Category Archives for: ETF BASIC NEWS

How Important is Canopy Growth’s (CGC) Newly Obtained Beverage License?  

ETF BASIC NEWS November 27, 2019 11:22am

Are Shares of Aphria (APHA) Poised to Surge?

ETF BASIC NEWS November 20, 2019 12:05pm

Organigram (OGI) Stock Down on Lowered Guidance, is it a Buying Opportunity?  

ETF BASIC NEWS November 14, 2019 12:15pm

How is Aurora Cannabis (ACB) Planning to Dominate North America?

ETF BASIC NEWS November 8, 2019 10:55am

Will the Federal Reserve Clobber Gold?

gold and money market
The Federal Reserve will release another announcement today or set of notes, depending on how you want to look at it. Either way, it will probably be a critical day for gold.  First, let's see where we are.
ETF BASIC NEWS October 30, 2019 11:14am

What Canopy Growth’s (CGC) New European Deals Mean For Its Stock

ETF BASIC NEWS October 24, 2019 11:44am

Are Shares of Canopy Growth (CGC) a Buy at These Levels?

ETF BASIC NEWS October 3, 2019 10:29am

How Will Gold React to the Federal Reserve?

gold and money market
The big news today is the Federal Reserve announcement of future policy. Specifically, interest rates.
ETF BASIC NEWS September 18, 2019 10:35am

Innovative Industrial Properties (IIPR) makes an important announcement

From Eric Bowler
ETF BASIC NEWS September 12, 2019 11:37am

What to expect from Hexo’s upcoming earnings report

From Eric Bowler
ETF BASIC NEWS September 6, 2019 4:38pm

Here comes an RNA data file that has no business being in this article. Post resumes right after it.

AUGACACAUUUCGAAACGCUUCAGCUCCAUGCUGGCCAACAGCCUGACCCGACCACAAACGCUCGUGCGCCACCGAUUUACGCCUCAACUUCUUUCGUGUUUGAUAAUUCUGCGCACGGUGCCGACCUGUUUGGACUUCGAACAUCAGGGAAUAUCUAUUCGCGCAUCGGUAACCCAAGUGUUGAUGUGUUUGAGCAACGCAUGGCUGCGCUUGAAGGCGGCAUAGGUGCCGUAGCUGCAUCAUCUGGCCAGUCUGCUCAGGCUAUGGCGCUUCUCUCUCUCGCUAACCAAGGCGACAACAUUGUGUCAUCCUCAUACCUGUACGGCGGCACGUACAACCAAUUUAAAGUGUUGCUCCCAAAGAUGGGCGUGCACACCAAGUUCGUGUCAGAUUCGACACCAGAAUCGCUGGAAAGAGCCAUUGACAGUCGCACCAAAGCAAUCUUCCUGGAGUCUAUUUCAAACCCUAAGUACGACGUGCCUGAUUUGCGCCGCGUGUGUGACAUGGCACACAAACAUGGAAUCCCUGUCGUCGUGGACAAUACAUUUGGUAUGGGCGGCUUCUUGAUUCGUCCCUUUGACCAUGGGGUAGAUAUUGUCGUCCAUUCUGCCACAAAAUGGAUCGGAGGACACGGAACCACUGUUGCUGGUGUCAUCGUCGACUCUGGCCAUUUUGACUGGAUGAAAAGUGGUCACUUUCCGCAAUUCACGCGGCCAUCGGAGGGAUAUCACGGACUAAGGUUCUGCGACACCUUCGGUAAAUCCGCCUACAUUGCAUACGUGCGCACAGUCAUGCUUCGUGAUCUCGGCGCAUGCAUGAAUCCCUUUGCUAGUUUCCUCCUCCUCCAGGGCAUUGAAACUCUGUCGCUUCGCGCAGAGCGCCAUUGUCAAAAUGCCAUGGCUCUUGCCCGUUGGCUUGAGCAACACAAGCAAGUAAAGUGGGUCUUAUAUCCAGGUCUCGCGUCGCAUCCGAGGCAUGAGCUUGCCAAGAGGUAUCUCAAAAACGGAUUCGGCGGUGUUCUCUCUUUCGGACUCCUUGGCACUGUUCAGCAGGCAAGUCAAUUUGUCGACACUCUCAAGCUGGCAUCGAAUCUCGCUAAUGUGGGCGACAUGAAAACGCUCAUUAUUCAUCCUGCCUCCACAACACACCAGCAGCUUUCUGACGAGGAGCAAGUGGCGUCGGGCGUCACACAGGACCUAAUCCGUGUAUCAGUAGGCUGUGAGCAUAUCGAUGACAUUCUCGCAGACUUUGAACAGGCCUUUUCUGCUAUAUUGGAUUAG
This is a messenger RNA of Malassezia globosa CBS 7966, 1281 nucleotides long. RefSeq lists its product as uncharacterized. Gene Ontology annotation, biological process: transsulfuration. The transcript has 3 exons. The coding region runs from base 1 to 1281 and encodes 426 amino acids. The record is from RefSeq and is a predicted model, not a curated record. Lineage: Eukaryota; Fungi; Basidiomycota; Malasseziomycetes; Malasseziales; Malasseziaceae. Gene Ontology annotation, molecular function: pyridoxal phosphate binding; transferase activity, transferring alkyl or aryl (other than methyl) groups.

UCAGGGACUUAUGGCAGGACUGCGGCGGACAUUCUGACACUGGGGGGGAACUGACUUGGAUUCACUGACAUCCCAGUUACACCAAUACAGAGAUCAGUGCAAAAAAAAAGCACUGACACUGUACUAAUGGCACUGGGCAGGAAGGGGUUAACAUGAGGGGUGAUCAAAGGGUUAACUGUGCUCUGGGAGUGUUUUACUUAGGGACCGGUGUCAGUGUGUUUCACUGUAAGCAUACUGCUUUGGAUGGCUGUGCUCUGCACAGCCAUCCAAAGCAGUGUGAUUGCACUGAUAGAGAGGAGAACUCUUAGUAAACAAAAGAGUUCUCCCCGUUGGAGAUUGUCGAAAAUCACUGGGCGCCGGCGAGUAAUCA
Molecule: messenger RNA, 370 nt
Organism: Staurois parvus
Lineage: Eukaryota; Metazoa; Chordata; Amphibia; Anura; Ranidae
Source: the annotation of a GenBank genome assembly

Why did Tilray (TLRY) jump 17% yesterday?

From Eric Bowler
ETF BASIC NEWS September 4, 2019 12:53pm

Is Gold Retail Demand Faltering?

gold bars 2019
Gold retail demand seems to be faltering in Hong Kong, where gold recently hit a 6-year high. Gold gift sales are down 4.4% year-to-date and look stagnant in the current month. Shoppers seem concerned by three factors right now. First, those prices are very high; that seems obvious enough.  Second, that the Year of the Pig is viewed as a less-great year to get married in.  And 3rd, that US-China trade war uncertainties meant future economic conditions are less favorable than before. The result is that retail gold demand in Hong Kong has fallen back to primarily investment purchases.  Typically gold investors form a steady floor for Hong Kong demand, and jewelry sales are the variable above that. The year is just passing through the summer wedding season, so we are keeping an eye on sales for the next few months. Some trade outlets are whispering that people are trading in gold bars bought before. This would mean either that people are strapped for cash, or they expect lower gold prices in the near future. It could be that Chinese people are concerned about weak current data from their economy and are simply hoarding cash. Gold prices are expected to rise as several countries (including the US) weaken their currencies by lowering interest rates. Technical chart readers tell us we are at a critical inflection point for gold.  As old-time traders used to say, "it'll either go up or down from here".  So we face the same old two questions traders have had to answer forever: Which way, and When?  Your friendly Gold Enthusiast took a crack at the When question last week. Which direction - in the US at least - depends most on what the Fed does next.  If they lower interest rates, gold will head up in US Dollar terms.  If they decide to leave rates alone we may well see a drop in gold prices, again in US Dollars. At this point we pause and think wistfully back to when the market wasn't so driven by the US Federal Reserve... Signed,   The Gold Enthusiast DISCLAIMER: The author is long the gold sector via small positions in NUGT, JNUG, a few junior miners, and covered calls on part of the NUGT position. He has no plans to trade the shares in the next 24 hours but is watching option prices for another possible covered call trade.
ETF BASIC NEWS July 15, 2019 10:57am

Is Gold Destined for Summer Doldrums in 2019?

gold bars 2019